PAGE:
$170 for a Thanksgiving Turkey? You’ve Got to Be Kidding!

It’s dawn, it’s winter, and it’s cold in the forest. The snow squeaks and crunches underfoot. Ahead in the oaks are huge shadowy figures hunched on the bare branches. Crouched vulture-like are a dozen – no, two dozen – huge feathery masses. Approach closer and one by one they launch from their perches – up to 20 pounds of body mass and feathers – extending their wings in a 5-foot span to soar overhead,  feathers rustling in the branches.

Turkeys in the wild are sly, devious, and quite capable of fending for themselves in the climatic extremes of the “driftless area” of southern Wisconsin and Minnesota – the part that glaciers missed in the last ice age. In fact, across the country, wild turkeys have grown in number from about 30,000 birds in the 1930s to more than 6.5 million ranging coast to coast.

All turkeys – wild turkeys and the broad-breasted white or the dozen or so “heritage” breeds grown domestically today – are the same species (Meleagris gallopavo). Farmers produce nearly 250 million turkeys every year of all kinds for the American table; 99.9% of those are the broad-breasted white breed sold in supermarkets across the country.

Around 25,000 heritage breed turkeys are raised on small farms and sold directly to consumers or through specialty markets. If you live in Wisconsin or Minnesota, you are more likely to have a wild turkey on your dinner table than a “heritage” breed: in 2009, more than 70,000 wild turkeys were killed during the states’ spring and fall hunting seasons. (1)(2)

Broad-breasted Whites – The Turkey for the American Table

Benjamin Franklin admired the wild turkey for its boldness and ability to forage for itself. In the 230+ years since, consumers have come to admire the domestic turkey for its ability to grow fat and large breasted, fast! The broad-breasted white grows to an average of 32 pounds in just 18 weeks. So fast that the bird develops a variety of health problems including leg and joint disorders, lameness, heart disease, and weakened immune systems.(3)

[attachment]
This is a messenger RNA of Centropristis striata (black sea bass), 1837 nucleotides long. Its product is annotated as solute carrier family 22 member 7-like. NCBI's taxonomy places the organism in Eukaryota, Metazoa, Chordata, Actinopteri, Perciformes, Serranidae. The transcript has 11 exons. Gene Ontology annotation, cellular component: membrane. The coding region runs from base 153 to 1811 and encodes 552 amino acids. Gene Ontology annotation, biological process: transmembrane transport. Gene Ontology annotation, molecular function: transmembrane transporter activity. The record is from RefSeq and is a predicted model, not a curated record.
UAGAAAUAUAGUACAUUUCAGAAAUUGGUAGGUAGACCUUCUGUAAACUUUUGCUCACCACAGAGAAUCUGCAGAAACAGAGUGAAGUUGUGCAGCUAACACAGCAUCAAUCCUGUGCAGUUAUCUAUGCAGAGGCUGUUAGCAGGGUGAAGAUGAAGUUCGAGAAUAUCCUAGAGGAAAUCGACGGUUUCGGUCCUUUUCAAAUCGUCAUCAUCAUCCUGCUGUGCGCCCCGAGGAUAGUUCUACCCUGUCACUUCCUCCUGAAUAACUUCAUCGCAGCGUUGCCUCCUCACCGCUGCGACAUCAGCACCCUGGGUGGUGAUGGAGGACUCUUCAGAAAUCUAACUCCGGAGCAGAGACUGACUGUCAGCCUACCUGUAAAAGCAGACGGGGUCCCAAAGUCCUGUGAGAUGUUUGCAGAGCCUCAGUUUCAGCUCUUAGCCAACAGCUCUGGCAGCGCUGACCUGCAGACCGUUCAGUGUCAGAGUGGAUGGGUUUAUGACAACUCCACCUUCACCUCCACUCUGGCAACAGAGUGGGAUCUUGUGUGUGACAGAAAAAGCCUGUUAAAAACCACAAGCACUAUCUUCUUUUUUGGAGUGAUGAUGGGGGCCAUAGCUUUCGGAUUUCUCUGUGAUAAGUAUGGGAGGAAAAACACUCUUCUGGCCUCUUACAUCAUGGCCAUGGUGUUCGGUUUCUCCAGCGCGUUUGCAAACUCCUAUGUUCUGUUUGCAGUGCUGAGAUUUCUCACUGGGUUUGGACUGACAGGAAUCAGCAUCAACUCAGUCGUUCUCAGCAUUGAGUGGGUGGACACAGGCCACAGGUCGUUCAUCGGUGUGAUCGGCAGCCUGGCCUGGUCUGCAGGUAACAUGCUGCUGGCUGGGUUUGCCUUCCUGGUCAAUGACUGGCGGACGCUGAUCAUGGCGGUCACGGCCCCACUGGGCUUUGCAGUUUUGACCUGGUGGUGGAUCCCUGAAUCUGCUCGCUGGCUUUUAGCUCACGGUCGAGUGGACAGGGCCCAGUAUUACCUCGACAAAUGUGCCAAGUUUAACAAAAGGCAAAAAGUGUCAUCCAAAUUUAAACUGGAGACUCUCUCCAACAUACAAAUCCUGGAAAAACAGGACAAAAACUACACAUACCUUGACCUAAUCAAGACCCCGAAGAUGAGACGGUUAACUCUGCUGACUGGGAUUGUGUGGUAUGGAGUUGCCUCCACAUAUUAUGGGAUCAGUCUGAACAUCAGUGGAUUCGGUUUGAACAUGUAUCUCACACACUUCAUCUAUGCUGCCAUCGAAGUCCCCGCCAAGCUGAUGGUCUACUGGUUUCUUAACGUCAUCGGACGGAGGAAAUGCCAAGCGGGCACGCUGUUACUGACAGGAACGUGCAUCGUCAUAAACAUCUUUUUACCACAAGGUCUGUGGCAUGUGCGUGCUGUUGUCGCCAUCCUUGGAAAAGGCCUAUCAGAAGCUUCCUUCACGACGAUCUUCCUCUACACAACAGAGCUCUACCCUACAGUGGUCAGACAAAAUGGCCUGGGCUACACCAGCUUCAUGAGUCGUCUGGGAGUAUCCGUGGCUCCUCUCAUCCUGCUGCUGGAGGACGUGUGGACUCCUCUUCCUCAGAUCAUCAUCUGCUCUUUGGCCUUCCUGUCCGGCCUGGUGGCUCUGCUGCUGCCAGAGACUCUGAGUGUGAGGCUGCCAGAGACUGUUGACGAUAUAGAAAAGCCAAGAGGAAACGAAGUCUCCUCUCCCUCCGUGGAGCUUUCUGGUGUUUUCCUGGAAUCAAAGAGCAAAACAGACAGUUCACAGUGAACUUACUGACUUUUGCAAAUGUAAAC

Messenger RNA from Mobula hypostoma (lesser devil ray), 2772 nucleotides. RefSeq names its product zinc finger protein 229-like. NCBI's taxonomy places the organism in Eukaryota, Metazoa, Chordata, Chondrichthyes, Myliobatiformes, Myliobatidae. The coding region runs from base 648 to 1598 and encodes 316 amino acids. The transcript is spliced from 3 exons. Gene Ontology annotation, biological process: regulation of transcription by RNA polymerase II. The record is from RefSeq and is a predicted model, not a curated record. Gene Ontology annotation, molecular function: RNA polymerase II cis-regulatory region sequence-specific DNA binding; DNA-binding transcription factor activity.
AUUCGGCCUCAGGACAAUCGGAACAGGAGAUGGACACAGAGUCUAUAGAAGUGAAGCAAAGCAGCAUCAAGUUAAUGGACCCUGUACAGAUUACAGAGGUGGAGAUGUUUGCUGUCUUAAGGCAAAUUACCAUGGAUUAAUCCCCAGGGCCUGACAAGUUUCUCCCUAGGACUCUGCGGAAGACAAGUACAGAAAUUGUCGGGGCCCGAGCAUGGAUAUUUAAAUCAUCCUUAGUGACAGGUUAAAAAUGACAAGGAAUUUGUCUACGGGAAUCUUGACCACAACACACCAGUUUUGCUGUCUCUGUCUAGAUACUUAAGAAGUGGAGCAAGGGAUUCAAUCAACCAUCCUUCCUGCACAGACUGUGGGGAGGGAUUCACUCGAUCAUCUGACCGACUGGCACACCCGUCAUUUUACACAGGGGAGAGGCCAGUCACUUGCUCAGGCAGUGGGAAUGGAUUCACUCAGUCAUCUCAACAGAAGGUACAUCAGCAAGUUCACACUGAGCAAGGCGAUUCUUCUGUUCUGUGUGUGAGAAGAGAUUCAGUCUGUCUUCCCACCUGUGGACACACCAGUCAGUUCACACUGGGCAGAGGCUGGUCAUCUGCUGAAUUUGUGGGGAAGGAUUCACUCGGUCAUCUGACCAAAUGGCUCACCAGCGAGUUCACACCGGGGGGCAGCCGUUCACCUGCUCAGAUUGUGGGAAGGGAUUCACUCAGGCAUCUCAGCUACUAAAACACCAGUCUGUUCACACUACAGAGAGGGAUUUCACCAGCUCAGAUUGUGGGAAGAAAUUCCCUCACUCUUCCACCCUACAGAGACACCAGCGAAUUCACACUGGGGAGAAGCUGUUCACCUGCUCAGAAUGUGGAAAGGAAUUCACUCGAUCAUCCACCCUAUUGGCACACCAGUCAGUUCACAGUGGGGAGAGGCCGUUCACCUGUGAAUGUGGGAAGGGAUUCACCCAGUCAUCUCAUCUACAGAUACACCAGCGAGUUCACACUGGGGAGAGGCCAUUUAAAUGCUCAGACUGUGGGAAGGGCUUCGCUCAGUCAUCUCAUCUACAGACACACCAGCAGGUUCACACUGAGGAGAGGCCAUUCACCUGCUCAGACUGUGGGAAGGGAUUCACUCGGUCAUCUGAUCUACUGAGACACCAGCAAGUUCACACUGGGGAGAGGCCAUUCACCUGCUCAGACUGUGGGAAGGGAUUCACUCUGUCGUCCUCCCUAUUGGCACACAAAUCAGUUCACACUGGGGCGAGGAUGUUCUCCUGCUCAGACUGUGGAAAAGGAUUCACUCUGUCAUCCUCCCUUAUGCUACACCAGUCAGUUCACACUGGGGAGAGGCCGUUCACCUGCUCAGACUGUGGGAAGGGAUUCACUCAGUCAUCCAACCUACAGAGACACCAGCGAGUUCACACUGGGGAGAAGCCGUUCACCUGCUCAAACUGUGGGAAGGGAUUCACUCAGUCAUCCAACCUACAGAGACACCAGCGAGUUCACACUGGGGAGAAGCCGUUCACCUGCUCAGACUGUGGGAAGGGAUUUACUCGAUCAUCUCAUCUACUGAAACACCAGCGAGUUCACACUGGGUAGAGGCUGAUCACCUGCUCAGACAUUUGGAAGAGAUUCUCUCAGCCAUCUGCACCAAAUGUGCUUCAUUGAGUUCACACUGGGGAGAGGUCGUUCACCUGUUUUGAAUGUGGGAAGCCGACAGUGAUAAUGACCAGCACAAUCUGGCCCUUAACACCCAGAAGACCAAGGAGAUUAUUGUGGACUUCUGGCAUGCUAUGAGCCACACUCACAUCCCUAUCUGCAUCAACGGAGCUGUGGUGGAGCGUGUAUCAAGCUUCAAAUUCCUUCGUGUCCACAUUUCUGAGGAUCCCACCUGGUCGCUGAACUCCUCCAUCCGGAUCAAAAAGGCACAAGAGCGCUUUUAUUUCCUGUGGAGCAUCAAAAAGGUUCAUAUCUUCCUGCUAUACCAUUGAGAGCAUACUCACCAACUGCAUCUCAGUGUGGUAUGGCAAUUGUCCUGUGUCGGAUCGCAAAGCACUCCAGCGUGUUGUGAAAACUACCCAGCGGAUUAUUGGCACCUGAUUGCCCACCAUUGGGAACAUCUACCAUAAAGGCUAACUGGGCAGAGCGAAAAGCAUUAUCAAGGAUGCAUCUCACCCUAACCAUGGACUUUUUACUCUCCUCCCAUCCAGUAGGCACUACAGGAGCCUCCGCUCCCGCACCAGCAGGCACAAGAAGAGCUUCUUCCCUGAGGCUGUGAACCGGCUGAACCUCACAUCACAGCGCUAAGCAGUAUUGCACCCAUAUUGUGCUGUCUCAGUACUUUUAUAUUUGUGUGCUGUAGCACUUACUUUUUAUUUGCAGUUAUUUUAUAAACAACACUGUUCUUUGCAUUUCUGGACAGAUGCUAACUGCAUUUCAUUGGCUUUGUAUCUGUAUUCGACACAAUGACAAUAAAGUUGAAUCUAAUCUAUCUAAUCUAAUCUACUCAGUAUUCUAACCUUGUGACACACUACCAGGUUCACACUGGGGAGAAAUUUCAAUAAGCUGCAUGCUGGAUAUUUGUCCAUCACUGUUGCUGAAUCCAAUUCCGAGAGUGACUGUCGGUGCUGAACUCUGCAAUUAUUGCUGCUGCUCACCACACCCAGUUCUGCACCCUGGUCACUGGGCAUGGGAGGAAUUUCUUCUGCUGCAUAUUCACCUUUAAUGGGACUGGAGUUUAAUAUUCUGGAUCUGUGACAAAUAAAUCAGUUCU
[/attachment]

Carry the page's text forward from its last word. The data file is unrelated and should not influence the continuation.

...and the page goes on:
Turn these birds out from their factory farms and they’d certainly die. They can’t run – in fact, they can barely walk – or fly. They depend on large quantities of high protein food and hormones to support rapid grown. And – as a final insult – even if allowed the opportunity to mate, they couldn’t reproduce.

While turkey continues to be the centerpiece of Thanksgiving dinner, prices are continuing to rise. This year, wholesale prices for conventional turkeys are up about 28% and retail prices are expected to be up 20% over 2009.

Yet, the supply is so large that retailers like Boston-area Stop & Shop will continue to donate turkeys to food banks. This year, Stop & Shop will contribute 40,000 turkeys to the Greater Boston Food Bank.(4)

Heritage Turkeys – The New American Turkey

Consumers who want pasture-raised heritage breed turkeys are looking for birds that are well cared for, grow slowly, and have flavorful meat. Unfortunately they are expensive to produce.

Domestic turkeys are tough animals to raise. Poults (young turkeys) are fragile birds. They don’t tolerate heat or cold very well, they start out needing a very high protein diet and, until they are about 10 weeks old, they are at risk from predators while in the field. The heritage breeds are more robust than the broad-breasted whites and, once they are large enough to fend for themselves outdoors, they grow slowly, taking 24 to 30 weeks to reach market weight.

“We laugh – rather ruefully – that young turkeys are looking for a way to die,” said Louis Sukovaty, owner of Crown S Ranch. “They get chilled, they don’t drink enough or eat enough, they drown in their water basins, they get eaten by hawks or raccoons…” It’s these kinds of challenges that make pastured turkeys costly.

At the same time, growing demand is driving up the price. Dean and Deluca – the high-end food market – offers heritage turkeys for $90 (for a 10-pound bird) to $125 (14 pounds). Also available at D&D is the D’Artagnan wild turkey – “farm-raised from the original wild breed” – for $14 per pound. That’s a whopping $168 for a 12-pound bird.(5)